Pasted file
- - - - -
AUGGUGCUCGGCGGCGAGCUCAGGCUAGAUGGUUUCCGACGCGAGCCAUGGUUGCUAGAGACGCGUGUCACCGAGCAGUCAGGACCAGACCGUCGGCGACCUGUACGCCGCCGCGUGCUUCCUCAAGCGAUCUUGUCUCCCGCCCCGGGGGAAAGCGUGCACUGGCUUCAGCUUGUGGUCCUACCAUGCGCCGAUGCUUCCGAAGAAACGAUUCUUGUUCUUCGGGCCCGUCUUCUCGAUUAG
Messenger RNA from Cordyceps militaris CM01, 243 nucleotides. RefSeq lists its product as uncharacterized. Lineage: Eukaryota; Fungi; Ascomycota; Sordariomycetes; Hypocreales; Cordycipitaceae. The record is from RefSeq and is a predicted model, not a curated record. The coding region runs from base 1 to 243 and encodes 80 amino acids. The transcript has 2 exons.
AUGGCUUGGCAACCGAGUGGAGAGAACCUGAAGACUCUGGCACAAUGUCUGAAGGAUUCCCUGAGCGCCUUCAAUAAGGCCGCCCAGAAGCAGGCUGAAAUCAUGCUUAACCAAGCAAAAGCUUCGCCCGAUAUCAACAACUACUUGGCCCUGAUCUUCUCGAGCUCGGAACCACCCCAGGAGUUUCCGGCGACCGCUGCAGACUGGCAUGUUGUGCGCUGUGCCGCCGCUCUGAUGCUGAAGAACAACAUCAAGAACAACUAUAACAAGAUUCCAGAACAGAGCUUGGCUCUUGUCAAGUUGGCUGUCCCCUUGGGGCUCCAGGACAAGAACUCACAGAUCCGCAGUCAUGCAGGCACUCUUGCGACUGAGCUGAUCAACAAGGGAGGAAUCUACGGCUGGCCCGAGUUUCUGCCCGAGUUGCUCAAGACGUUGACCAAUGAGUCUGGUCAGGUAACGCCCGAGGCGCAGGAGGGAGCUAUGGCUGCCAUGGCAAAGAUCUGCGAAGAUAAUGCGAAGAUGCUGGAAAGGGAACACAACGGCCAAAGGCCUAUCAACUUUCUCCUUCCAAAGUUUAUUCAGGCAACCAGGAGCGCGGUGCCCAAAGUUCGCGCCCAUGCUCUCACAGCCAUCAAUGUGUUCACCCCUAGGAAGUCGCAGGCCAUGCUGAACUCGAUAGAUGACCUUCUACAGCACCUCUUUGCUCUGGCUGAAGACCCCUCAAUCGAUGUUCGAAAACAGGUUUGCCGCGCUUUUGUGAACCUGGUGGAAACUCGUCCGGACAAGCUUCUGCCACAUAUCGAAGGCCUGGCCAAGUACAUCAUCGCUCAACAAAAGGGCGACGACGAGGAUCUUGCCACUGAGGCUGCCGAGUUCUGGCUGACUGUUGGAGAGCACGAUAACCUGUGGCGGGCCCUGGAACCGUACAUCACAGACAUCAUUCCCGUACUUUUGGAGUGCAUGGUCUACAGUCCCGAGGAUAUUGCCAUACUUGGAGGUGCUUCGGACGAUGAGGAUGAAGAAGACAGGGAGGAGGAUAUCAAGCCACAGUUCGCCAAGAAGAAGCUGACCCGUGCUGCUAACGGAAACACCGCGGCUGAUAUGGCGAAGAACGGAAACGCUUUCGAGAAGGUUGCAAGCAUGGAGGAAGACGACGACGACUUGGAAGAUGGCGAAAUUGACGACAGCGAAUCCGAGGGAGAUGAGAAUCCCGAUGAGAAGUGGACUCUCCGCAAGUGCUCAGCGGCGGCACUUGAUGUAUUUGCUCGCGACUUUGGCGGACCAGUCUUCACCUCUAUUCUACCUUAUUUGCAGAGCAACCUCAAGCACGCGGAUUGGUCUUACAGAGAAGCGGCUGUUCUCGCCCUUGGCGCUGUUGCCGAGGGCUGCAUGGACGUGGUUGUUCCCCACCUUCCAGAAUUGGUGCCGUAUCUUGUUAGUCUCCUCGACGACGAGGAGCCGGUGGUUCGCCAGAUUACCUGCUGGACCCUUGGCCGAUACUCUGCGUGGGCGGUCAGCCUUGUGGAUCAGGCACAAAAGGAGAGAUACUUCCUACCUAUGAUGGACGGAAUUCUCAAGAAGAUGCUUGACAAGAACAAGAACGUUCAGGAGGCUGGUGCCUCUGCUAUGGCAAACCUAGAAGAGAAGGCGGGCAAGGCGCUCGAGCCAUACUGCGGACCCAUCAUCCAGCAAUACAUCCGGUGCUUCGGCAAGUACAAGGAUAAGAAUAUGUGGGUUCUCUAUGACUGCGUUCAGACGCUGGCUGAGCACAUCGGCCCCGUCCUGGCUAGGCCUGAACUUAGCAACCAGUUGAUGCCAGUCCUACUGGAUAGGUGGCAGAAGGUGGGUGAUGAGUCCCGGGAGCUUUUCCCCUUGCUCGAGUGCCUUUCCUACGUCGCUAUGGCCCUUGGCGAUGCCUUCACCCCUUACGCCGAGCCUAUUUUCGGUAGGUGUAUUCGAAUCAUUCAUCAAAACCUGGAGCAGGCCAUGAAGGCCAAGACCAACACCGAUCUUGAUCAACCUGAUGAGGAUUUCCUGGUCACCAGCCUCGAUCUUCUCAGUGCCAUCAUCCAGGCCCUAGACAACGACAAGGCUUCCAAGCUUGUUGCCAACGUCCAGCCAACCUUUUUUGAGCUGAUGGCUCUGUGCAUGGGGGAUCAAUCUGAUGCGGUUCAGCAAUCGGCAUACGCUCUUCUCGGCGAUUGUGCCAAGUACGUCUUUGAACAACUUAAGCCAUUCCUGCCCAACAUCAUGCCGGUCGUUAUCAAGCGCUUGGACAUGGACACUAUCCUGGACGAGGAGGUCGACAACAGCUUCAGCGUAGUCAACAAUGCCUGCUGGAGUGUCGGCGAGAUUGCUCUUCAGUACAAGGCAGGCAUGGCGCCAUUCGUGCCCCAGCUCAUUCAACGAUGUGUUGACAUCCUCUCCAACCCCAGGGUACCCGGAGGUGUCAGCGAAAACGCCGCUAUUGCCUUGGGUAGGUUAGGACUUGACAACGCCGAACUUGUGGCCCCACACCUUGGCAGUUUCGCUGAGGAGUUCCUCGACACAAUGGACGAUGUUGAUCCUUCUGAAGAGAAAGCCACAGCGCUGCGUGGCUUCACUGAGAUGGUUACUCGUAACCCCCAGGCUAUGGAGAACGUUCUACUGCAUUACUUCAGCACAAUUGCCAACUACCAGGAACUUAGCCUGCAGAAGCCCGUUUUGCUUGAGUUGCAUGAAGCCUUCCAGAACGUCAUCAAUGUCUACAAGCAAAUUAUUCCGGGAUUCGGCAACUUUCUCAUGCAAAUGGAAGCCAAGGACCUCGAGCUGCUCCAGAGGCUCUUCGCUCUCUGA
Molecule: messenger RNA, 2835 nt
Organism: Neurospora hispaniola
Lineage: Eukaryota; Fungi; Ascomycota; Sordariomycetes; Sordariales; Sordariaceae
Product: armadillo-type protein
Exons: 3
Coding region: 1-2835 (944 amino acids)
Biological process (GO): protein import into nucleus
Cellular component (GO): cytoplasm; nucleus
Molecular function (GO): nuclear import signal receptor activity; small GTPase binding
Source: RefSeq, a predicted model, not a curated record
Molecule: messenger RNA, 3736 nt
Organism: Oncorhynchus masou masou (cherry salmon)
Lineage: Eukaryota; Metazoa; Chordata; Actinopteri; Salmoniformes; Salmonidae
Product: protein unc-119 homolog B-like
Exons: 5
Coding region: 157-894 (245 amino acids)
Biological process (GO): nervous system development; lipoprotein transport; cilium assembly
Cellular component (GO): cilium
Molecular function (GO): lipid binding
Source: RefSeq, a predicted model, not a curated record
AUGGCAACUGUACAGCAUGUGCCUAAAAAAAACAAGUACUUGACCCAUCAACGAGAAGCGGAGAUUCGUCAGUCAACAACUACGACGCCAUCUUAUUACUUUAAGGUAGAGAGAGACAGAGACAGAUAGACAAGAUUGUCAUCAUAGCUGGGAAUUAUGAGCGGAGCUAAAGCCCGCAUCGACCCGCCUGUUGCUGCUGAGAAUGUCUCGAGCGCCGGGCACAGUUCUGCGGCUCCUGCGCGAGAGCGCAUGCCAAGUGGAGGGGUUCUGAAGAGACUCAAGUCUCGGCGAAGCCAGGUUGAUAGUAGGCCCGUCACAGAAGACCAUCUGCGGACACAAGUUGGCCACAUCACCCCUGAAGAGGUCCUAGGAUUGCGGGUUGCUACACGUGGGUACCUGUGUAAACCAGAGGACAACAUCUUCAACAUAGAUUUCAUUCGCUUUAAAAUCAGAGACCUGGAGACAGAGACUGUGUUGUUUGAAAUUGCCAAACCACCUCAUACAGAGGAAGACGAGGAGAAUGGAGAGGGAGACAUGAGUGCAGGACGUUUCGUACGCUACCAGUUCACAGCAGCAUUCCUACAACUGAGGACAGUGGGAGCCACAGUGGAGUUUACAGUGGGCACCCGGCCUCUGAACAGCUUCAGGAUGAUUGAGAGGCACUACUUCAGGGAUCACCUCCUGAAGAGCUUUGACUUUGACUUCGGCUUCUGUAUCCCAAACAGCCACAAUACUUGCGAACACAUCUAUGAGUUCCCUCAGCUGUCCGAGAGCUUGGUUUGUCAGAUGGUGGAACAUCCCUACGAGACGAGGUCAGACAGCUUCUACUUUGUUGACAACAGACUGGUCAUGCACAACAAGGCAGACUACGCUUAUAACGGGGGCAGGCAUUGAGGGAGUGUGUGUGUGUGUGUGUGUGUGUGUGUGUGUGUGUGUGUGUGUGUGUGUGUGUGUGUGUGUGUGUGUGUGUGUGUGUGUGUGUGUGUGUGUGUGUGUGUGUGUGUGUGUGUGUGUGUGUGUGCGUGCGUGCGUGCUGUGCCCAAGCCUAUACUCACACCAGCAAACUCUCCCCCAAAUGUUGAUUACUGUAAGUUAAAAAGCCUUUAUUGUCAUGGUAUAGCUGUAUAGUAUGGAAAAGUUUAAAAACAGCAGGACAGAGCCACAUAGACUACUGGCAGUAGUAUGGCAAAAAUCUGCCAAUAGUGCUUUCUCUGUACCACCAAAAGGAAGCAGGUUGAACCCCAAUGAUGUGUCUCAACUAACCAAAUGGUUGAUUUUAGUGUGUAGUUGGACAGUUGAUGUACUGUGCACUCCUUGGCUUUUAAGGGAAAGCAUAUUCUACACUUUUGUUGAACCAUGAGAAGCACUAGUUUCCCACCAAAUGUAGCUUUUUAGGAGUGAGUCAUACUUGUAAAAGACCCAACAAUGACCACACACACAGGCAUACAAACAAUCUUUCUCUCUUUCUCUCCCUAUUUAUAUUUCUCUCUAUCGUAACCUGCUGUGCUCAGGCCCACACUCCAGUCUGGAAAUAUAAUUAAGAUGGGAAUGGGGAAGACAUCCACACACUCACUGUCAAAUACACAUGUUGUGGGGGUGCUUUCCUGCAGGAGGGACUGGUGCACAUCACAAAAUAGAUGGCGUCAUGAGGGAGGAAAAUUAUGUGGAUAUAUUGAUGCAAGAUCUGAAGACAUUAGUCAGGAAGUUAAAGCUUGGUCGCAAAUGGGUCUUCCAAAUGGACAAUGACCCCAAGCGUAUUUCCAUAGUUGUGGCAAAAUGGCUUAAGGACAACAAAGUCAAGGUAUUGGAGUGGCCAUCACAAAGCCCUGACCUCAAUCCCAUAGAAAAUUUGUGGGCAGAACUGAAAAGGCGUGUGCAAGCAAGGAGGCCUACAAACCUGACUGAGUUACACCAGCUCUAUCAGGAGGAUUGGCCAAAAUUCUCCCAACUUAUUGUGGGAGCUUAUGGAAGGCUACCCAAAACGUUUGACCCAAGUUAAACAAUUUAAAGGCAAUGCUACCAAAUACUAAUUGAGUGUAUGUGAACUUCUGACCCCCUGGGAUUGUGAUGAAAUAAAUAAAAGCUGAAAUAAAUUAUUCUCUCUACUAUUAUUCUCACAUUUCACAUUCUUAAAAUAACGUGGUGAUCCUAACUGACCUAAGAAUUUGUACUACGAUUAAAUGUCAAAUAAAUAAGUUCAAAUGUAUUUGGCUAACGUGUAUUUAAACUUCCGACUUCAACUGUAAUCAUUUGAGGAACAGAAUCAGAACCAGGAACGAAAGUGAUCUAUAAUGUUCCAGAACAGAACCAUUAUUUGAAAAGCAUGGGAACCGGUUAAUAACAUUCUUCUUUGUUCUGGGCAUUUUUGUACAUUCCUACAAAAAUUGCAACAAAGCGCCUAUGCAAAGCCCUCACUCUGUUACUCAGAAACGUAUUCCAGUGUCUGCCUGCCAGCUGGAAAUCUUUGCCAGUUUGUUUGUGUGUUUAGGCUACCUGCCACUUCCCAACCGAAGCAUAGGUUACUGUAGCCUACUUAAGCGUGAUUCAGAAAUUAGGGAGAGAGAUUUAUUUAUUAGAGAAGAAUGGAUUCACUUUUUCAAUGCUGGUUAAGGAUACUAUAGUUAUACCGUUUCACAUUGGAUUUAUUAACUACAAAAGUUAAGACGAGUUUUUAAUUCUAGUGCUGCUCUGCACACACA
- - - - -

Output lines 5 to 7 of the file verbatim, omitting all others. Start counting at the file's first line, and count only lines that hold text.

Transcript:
Organism: Neurospora hispaniola
Lineage: Eukaryota; Fungi; Ascomycota; Sordariomycetes; Sordariales; Sordariaceae
Product: armadillo-type protein